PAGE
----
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- Laura on Life -

Painting Indian Names

September 23, 2009
Traer Star-Clipper

My husband and I found ourselves painting a number of rooms last weekend. We saw a side of each other we never knew existed. Paint fumes can do peculiar things to people.

Painting in general is not what we're best at, but both of us have a creative streak that urges us to want to make our surroundings more beautiful. Well, I want to make it more beautiful. My husband wants to make it "Not too girly." He thinks that if the decision was up to me, I'd paint everything pink with a couple of unicorns sporting sparkling horns and dancing on a huge rainbow, You have to admit, though, that would be more beautiful.

However, I've learned to work with his less than stellar taste, so we tried to stick with neutral colors that would match anything we put in the room. We ended up with what was available on the discount shelf at our local home improvement store. Many people might think that doing that is going just a bit too cheap, but it saved us the trouble of trying to agree on one of the bazillions of colors available. I had no idea that there were so many shades of beige.

Plus, we can never come to an agreement on the type of paint we should use: flat, eggshell, satin, semi-gloss, gloss, enamel, latex, water-based or oil-based; or even what brand was the best one. For us, it was much easier to let the discount shelf make our decisions for us.

Okay, you still dont think we should use discounted paint? Have you ever seen a room painted by two angry people? Trust me, it's not pretty.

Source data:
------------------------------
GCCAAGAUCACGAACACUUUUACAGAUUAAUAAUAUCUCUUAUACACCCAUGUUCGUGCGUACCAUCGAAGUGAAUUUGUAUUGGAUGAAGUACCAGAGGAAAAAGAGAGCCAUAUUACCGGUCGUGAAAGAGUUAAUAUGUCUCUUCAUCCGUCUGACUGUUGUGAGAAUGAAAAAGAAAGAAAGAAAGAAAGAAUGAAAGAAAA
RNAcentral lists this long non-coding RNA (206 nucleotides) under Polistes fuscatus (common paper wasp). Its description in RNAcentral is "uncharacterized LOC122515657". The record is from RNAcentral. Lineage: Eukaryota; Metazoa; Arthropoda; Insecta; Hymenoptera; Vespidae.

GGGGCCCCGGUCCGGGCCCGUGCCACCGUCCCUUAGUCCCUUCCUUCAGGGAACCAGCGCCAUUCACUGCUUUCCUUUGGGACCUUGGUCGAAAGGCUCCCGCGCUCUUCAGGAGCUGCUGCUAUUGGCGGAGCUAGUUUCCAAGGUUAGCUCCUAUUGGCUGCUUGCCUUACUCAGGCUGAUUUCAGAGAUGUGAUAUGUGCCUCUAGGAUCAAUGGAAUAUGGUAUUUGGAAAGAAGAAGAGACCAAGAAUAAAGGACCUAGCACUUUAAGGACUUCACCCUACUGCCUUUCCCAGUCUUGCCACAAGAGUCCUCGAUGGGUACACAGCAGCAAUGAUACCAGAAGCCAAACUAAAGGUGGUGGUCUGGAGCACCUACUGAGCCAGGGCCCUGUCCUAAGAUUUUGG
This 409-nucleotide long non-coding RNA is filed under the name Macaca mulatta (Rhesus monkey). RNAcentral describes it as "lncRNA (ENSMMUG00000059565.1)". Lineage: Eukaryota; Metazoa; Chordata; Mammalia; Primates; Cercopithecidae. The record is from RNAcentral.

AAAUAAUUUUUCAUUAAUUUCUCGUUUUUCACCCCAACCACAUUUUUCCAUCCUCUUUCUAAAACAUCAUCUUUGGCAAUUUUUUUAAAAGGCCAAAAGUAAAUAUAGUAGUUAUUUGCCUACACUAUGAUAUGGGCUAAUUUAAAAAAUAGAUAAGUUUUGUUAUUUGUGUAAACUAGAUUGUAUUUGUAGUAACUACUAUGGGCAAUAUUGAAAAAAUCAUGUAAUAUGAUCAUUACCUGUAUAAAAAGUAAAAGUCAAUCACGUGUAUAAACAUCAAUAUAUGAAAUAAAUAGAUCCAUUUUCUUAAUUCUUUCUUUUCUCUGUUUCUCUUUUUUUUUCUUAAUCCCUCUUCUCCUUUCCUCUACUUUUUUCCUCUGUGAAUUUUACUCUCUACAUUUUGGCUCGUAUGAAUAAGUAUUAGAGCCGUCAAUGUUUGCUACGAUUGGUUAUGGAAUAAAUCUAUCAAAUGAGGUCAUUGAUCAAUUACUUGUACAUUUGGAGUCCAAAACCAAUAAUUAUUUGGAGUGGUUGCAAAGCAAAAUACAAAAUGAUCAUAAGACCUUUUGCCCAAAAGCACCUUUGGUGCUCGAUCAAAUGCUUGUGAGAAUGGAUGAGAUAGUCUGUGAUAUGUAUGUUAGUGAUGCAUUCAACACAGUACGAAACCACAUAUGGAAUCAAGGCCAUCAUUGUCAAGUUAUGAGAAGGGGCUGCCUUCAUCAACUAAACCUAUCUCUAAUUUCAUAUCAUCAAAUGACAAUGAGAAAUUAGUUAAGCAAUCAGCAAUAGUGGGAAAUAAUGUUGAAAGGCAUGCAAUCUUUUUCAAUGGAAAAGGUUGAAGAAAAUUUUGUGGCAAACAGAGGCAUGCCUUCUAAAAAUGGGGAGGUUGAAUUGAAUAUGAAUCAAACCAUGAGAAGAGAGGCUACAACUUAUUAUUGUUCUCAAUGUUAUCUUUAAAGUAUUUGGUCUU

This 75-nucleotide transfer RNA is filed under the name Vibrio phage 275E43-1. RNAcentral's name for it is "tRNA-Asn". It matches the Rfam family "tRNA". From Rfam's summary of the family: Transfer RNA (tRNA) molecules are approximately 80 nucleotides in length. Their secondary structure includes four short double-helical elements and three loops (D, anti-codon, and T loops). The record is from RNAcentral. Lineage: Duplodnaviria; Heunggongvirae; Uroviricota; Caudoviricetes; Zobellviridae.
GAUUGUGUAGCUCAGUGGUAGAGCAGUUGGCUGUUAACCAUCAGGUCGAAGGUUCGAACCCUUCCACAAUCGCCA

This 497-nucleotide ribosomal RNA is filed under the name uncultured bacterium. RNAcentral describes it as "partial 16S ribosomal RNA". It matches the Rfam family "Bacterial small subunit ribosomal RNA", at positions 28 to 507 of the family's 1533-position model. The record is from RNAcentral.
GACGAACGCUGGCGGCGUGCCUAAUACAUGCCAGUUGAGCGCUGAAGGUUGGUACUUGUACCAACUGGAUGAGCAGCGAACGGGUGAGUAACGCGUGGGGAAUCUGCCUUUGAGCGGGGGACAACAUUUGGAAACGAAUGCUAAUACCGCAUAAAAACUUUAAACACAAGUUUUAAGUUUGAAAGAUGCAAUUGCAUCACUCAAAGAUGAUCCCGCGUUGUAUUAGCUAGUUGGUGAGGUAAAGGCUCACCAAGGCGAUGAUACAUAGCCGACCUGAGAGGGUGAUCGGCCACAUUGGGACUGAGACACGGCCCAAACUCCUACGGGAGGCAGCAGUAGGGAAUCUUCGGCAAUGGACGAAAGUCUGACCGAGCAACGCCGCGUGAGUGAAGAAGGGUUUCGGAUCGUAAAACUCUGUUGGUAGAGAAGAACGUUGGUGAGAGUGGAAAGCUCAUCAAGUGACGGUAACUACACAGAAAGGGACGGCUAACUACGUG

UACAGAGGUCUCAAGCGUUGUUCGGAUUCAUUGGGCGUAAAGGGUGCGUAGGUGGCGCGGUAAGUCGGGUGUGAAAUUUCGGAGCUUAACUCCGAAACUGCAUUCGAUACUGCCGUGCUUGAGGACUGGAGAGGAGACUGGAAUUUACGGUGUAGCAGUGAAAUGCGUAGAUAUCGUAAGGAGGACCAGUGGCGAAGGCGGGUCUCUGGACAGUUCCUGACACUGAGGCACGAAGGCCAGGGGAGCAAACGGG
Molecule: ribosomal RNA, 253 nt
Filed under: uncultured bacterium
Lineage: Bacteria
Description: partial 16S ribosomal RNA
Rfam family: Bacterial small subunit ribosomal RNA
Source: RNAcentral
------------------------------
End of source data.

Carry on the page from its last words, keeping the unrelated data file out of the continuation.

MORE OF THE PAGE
After that major decision was made, things went pretty smooth. Looking back now, when the haze of paint fumes has lifted, I can see that we got kind of punch-drunk. We didnt know it at the time, though. It seemed perfectly reasonable to go into a giggling fit when my husband asked if, while I was painting door trim, I had "got the window one done too?"

I thought it was just hilarious because it sounded like a Native American name - Windowandantu. From that point on my name became Windowandantu, which, Im sure in some Native American language means, "You missed a spot."

It wasn't long before we started trying to use our paint-addled brains to come up with a name for my husband. At one point, I held a long-handled roller while painting the top part of a wall. My husband was sitting on the floor directly under my roller painting the baseboard with his paint brush. There were several rooms to paint; don't ask me why we chose to work in the same room on the same piece of wall. I can only assume the answer had something to do with paint fumes.

He happened to look up to say, "Windowandantu, you missed a spot" just as a huge glob of paint dropped from my roller and hit him right between his mouth and his nose. The word "spot" came out just before he said "Tooie!" to clear the paint from his opened mouth and then he added a sharp exhale from his nose to clear paint from his nostrils. What I heard was: "Spottooie-mpph!"

We both erupted into full-blown, belly-rolling laughter because not only did he look funny with a glob of paint for a mustache, but we realized at the same time that this would be his new Native American name: "Spottooie-mpph!" which probably means "One who paints with forked tongue," or something like that. It was hilarious to us, but now I realize you probably had to be sniffing paint fumes to really "get" the joke.

It may have been only beige paint we were applying, but that day, with a little help from fumigation therapy, we made our own rainbow.

Laura Snyder is a nationally syndicated columnist, author & speaker. You can reach Laura at lsnyder@lauraonlife.com Or visit her website www.lauraonlife.com for more info.

 
 

 

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